Racism in the Elevator: A Microaggression Story and Why This Is Not Okay

Racism in the Elevator: A Microaggression Story and Why This Is Not Okay

The definition of “Microaggression” according to Psychology Today: Microaggressions are the everyday verbal, nonverbal, and environmental slights, snubs, or insults, whether intentional or unintentional, which communicate hostile, derogatory, or negative messages to target persons based solely upon their marginalized group membership.

The Story:

Last week, an old, overweight, white man in a leather jacket attempted to thank me in Chinese (with laughable pronunciation).

Our paths crossed in an elevator for less than twenty seconds, as we were both heading down to the first floor. I recall spending those twenty seconds concentrating on pressing my bicycle against my body so that it wouldn’t bump into the man. And apparently, he was spending those twenty seconds trying to figure out the answer to this question: “What kind of Asian are you?”

When the elevator doors opened, I signaled to him and said “You can go first”. I pointed to my bicycle and indicated that I needed some time to navigate it out of the elevator.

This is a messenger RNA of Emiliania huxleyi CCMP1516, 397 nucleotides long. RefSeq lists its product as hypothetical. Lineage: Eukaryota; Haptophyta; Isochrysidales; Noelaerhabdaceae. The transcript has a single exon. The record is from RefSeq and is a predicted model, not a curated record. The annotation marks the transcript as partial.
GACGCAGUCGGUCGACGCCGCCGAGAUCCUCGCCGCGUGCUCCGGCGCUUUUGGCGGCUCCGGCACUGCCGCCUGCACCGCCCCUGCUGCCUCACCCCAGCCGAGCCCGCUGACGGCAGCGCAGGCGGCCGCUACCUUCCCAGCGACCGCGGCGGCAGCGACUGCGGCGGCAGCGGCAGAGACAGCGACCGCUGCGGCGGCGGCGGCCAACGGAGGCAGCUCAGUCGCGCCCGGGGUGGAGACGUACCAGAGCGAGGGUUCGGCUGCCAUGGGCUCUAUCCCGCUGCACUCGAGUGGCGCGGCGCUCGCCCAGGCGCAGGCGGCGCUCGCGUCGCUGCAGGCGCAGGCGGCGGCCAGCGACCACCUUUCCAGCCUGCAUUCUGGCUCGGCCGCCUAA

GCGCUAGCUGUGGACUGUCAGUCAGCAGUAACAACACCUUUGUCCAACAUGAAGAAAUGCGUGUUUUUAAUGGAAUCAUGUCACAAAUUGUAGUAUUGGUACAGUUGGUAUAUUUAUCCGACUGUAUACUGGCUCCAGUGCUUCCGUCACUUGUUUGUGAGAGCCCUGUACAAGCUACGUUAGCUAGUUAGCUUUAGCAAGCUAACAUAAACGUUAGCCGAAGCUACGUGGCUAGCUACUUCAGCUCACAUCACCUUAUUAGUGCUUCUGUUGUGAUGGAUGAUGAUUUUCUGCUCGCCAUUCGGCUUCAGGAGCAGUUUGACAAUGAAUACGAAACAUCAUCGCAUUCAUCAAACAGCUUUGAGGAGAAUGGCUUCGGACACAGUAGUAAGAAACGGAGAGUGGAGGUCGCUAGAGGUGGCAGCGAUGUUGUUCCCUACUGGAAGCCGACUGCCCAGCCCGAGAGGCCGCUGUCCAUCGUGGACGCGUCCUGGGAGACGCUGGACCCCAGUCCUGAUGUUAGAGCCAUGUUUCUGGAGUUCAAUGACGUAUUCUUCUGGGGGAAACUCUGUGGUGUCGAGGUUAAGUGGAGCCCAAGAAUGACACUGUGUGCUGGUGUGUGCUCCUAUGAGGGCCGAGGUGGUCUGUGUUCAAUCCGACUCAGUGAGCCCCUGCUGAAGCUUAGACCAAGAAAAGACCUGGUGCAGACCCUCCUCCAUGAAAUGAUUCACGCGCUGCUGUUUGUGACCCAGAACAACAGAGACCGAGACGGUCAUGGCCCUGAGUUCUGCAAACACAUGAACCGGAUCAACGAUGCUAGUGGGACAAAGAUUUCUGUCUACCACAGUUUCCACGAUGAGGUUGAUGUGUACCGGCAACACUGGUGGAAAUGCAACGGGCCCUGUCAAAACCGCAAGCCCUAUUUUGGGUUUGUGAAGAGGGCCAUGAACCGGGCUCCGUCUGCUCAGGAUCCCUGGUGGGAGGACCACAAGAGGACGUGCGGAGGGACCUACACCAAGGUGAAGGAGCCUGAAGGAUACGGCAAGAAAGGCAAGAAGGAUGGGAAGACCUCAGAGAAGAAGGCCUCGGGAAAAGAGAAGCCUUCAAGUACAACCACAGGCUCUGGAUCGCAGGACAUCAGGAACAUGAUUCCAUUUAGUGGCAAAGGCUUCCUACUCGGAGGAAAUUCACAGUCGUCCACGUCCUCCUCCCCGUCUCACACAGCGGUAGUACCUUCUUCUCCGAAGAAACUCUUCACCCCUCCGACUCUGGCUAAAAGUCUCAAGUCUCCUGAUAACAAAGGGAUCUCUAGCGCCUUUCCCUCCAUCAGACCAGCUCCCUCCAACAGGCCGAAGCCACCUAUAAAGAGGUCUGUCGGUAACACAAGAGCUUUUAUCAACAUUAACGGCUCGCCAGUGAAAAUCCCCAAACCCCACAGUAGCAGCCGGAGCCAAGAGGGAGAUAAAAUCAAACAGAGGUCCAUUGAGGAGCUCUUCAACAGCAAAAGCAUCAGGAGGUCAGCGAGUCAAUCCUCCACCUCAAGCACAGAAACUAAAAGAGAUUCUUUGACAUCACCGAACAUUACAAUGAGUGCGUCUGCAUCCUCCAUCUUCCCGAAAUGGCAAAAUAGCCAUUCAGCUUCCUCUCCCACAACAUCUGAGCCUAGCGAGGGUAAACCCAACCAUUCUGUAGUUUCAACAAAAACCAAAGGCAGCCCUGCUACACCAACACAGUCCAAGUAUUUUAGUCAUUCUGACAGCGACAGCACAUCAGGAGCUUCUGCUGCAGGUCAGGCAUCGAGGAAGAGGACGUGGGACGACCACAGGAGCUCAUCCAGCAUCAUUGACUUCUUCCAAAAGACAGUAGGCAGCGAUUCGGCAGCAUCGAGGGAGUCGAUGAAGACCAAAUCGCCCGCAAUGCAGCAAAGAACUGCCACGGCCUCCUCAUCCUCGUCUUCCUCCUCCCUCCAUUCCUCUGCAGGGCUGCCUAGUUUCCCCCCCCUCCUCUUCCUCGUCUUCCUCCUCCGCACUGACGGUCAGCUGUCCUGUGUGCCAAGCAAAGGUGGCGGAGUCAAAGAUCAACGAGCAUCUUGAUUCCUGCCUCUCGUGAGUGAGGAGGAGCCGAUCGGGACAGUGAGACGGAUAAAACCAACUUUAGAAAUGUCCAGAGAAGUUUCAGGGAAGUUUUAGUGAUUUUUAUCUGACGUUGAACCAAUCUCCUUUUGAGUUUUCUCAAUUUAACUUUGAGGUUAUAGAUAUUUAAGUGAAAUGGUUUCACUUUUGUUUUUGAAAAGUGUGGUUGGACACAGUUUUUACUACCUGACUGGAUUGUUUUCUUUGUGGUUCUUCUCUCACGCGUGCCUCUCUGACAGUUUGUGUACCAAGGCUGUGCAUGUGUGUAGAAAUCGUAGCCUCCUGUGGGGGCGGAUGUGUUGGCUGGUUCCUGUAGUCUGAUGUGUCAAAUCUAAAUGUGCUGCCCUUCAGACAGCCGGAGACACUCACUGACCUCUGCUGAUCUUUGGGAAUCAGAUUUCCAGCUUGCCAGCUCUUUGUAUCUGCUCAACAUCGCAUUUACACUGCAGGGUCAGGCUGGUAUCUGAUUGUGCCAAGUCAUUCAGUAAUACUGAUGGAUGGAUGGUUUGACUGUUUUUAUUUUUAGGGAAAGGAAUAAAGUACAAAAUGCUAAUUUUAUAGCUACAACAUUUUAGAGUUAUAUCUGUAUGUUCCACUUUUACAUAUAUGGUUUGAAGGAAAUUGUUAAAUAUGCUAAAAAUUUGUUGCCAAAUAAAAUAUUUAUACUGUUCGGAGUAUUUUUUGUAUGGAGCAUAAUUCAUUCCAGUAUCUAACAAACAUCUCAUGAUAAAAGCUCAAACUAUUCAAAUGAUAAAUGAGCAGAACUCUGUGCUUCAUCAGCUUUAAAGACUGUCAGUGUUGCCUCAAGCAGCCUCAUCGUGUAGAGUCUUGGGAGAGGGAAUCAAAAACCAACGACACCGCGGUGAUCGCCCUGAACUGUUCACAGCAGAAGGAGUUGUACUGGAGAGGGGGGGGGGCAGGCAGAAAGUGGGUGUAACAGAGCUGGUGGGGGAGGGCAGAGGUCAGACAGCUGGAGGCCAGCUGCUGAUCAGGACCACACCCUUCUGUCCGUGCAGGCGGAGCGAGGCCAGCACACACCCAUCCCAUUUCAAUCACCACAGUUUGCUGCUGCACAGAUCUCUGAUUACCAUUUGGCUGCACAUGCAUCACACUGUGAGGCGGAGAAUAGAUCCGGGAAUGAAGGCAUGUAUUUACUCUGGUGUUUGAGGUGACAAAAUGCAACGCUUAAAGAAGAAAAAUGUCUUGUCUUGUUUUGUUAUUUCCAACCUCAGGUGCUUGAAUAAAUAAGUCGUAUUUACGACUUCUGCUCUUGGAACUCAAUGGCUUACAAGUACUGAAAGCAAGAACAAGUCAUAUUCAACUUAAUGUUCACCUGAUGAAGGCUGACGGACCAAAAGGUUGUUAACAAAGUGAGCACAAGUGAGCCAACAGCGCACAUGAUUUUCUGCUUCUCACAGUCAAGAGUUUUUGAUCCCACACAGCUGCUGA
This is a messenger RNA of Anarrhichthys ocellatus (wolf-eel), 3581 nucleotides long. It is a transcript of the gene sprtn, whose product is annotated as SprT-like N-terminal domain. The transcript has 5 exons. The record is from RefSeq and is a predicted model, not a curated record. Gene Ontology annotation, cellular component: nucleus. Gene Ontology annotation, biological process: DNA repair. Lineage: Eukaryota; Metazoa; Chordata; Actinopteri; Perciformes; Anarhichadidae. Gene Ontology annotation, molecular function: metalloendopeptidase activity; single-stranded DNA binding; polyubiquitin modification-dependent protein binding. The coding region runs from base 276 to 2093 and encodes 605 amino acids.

The man bowed his head and feebly replied “Xièxie” as he dipped out of the elevator.

I exited the elevator directly after him, hopped on my bike, and started pedaling down the street…

Wait a second, did he just speak to me in Chinese?

The Initial Reaction:

As I’m riding away on my bike, these are the thoughts that are going through my brain:

  1. Did he just assume that I was Chinese?
  2. I never told him I spoke Chinese.
  3. Did he also assume that I could speak and understand Chinese?
  4. Lastly, what was with that pronunciation? It was awful!!!
  5. What happened…!?

#EverydayRacism is what happened. Actually, it is even worse. It was racism with a dose of attempted politeness.

He tried to be thoughtful. He tried to be accommodating… Maybe even welcoming?

…It really just felt like he was just being flat out ignorant.

The Implication: